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90 Days of Different

Review

90 Days of Different

In a new spin on the typical fun summer before college, 90 DAYS OF DIFFERENT by Eric Walters takes two girls’ last summer together through a whirlwind of once in a lifetime moments. In between it all, readers are transported on adventures as wild as gliding to trying to be the worst employee ever at a fast food restaurant and through it all we come away with a wonderful message about friendships and risks.

Sophie is the main character of the novel and is best friends with Ella. While Sophie is tall and toned, Ella is more on the petite side. While Ella is blunt and knows how to have fun, Sophie is responsible and cautious. Being responsible and cautious helps Sophie keep her family together after her mother’s death, but they were also the traits that made her boyfriend break up with her at graduation and the ones she’s most self-conscious about now. In an attempt to help her friend break out of her shell before heading off to college, Ella makes Sophie promise to follow her lead this summer and do 90 different things in the 90 days before college. With her brother and father supporting the idea, Sophie agrees to the promise and they’re off on a completely new adventure starting off with creating social media and ending with a first visit to her mother’s grave.

" As a high school senior myself, this book has definitely opened me up to being more of a risk taker since I can relate strongly with Sophie."

90 DAYS OF DIFFERENT was a story unlike any other. I enjoyed how Eric Walters not only created the main conflict for Sophie --- doing new things --- but he also created a more minor conflict for her within all of the events occurring that was foreshadowed by the tension that was building up between the two best friends since the beginning. The idea for the two very different characters to participate in real adventures together really was fantastic to read about; however, in all honesty the execution of the actual story was a little poor. I liked the fact that each new “chapter” was the start to a new day and each event Sophie participated in was mentioned; however, I feel as though not enough details were actually used to paint the events and this took away from the story because for a lot of the chapters, the events would just be described through Sophie’s short daily blog posts and sometimes the responses were all that was mentioned, leaving the audience to guess at what the daily activity was. I understand the difficulties of incorporating 90 detailed events in a story that has to stay relatively concise to keep the attention of teenagers and young adults; but I wish there were a way for things to be written more in depth.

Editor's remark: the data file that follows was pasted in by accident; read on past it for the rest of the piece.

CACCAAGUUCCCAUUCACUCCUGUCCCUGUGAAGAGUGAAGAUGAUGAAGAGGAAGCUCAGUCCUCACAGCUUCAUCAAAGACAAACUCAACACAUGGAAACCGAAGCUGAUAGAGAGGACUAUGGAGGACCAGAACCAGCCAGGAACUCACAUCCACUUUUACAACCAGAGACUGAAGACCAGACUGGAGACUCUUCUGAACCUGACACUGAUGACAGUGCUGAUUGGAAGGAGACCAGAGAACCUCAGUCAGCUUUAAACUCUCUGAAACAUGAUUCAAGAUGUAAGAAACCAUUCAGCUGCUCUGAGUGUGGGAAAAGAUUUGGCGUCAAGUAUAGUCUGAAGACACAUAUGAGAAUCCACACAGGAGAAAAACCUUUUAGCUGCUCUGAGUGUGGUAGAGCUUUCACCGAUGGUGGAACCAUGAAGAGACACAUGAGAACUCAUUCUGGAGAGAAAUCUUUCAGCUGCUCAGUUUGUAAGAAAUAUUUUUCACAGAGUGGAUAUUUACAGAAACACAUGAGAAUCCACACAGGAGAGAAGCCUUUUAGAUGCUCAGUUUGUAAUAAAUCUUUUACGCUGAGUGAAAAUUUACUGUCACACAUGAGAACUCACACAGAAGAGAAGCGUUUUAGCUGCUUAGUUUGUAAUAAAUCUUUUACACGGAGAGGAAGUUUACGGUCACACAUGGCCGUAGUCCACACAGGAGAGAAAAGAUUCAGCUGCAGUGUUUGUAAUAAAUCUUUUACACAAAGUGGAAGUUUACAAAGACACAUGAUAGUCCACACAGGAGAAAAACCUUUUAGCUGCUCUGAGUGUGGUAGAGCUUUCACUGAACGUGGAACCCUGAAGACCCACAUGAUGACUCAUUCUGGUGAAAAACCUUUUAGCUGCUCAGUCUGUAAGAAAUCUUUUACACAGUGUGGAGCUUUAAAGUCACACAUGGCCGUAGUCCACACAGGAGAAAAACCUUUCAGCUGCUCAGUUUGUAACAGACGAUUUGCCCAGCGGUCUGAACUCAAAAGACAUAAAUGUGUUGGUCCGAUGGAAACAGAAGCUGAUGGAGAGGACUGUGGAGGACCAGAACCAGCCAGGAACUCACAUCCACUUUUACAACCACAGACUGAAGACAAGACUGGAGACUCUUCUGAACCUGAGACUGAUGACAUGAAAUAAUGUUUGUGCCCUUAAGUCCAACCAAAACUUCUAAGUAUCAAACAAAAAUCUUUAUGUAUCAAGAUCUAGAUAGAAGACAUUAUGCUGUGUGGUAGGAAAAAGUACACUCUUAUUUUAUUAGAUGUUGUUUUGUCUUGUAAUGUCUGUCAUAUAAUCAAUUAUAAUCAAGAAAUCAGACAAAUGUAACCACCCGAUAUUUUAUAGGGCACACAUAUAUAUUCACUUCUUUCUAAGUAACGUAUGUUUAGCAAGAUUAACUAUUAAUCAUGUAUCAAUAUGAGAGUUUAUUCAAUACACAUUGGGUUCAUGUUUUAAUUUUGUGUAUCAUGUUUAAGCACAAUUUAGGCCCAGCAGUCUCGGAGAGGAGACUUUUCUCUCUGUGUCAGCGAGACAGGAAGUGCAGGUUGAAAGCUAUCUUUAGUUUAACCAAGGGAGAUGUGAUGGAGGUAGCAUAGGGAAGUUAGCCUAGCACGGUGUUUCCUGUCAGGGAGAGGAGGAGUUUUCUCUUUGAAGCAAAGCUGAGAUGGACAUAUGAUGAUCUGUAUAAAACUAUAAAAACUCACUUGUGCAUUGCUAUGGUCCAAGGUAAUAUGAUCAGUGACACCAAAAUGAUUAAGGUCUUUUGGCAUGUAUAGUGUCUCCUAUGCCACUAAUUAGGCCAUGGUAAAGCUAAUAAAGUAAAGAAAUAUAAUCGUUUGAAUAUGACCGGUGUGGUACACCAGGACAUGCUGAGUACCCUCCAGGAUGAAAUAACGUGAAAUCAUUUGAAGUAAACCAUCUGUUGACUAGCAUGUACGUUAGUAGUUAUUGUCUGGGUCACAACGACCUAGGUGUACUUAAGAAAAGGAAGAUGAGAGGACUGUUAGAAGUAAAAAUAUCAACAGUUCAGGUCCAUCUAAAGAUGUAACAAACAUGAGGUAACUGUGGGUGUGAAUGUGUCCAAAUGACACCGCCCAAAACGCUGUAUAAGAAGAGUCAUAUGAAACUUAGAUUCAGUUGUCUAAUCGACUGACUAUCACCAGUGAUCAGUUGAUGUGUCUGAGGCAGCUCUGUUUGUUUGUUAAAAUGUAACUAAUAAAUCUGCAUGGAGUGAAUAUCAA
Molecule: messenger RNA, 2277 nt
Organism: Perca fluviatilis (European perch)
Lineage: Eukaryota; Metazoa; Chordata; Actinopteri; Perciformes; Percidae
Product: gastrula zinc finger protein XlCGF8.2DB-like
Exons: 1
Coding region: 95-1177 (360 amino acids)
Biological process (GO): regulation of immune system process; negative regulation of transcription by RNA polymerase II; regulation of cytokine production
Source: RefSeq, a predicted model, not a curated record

Another thing that I found a bit odd about the writing was the tension between the two friends. Although an interesting concept for a novel, and it’s very much realistic, it felt a bit weird to be reading about the two friends enjoying each other’s company to suddenly feeling a bit jealous or angry with one another due to an exchange of a few words about appearances. While it’s something that I’m sure many teenage girls can relate to, it’s a bit awkward and I personally didn’t enjoy these moments at all.

Overall, I felt as though while this book certainly brought about a new idea that was interesting to read through, it could’ve been planned out better and thus written a little bit better; but, it does definitely strike a chord and will probably have a lot of high school aged girls be able to relate to both characters well. As a high school senior myself, this book has definitely opened me up to being more of a risk taker since I can relate strongly with Sophie. I would recommend this book to anyone whose attention was caught by the summary above because even with the negative aspects that I mentioned about this novel. It was overall a pretty good read that will be worth anyone’s time.

Reviewed by Alyssa L., Teen Board Member on August 27, 2017

90 Days of Different
by Eric Walters